Every morning in my neighborhood park, I watch a greyhound play fetch. He has sleek, black fur, but he wears a red coat now that it’s cold. He streaks across the grass in a blur of grace and fluidity, his paws meeting beneath him and then extending for another long stride. It’s breathtaking to watch him.* I wish I had slow-motion vision so I could savor it even more.
Even before I adopted Reggie, I had dreams of doing this with my future dog. I would come to the park during off-leash hours to see the dogs fetching frisbees, chasing each other, and playing tug of war. How much fun they were having! My dog and I will have fun like this! I thought.
At the first opportunity after I brought Reggie home from the shelter, we went to the park. It was a lovely summer morning, not too hot, not too buggy. I had a new tennis ball in my bag, and I’d bought a collapsible water bowl. Reggie was sure to get thirsty after all the frolicking.
I threw the ball and…nothing. I threw it again and again and again. He looked at me with lazy eyes and walked away to pee on a nearby bush. Over the next few weeks I tried frisbees, a red rubber ball (maybe he didn’t like yellow tennis balls, maybe he didn’t like the fuzz), boomerangs, and twigs. They didn’t entice him. He didn’t want to play with other dogs either, giving them nothing more than a cursory sniff.
Other dogs and their people were having a grand time. I was missing out. I watched that greyhound zero in on the ball and felt resentment. Why wouldn’t Reggie do that? Dogs are supposed to fetch and play.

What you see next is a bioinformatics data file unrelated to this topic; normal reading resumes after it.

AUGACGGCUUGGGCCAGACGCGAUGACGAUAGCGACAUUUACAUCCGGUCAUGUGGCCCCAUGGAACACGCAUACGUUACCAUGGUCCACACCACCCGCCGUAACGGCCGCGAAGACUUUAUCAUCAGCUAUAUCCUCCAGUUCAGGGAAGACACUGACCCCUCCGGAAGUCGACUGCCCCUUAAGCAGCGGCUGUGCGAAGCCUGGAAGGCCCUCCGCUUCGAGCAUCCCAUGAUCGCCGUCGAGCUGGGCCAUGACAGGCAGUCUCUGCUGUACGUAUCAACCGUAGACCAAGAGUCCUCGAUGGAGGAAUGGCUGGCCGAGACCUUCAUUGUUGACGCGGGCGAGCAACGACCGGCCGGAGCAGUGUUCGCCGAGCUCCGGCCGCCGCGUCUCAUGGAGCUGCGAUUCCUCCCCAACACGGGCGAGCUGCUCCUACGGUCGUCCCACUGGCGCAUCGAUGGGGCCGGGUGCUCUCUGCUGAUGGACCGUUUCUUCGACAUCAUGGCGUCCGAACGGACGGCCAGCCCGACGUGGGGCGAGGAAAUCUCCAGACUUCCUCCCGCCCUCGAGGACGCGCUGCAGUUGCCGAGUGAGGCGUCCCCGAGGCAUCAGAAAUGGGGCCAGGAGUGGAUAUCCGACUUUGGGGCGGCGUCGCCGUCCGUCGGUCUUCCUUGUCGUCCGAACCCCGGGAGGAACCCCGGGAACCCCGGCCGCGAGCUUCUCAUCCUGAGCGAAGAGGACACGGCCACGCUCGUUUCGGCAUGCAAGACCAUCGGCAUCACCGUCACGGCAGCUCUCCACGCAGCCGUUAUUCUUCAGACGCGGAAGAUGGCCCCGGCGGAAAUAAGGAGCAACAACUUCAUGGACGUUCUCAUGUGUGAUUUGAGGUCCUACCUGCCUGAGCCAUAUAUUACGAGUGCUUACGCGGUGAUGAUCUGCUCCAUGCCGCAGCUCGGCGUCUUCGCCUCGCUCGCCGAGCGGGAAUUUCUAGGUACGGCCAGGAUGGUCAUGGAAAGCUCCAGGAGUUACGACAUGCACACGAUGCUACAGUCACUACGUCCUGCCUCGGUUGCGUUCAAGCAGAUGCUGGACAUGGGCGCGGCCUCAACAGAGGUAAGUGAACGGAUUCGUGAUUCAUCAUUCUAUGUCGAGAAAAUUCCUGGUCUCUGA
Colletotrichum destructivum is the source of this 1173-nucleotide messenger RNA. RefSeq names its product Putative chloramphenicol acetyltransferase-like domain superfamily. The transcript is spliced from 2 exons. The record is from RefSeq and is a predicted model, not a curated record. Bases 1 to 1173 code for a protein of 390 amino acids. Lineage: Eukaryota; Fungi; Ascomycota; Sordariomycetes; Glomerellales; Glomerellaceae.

Determined to solve the problem, I decided I would teach him to follow the ball. More weeks passed, but I still couldn’t get him interested. One day I was watching him track the scents of squirrels and raccoons along the park trail when he looked up at me with joy in his eyes. All along Reggie was having a good time—just not the good time I was insisting he should have, i.e. my idea of fun.
Why does it take so long to let go of expectations? Frustration, disappointment, and resentment build because things don’t turn out the way we hoped. We get irritated because our dogs won’t fetch or our spouses forget Valentine’s Day or our sons hate football. Leo Babauta of Zen Habits says that a life without expectations “means you accept reality as it is, and people as they are, without expectations, without trying to force people into the containers you have for them…”
That’s not easy for me. It takes practice. Lots and lots of gentle reminders, but I’m working on it.
Have you had to let go of expectations?
Have a great weekend, everyone!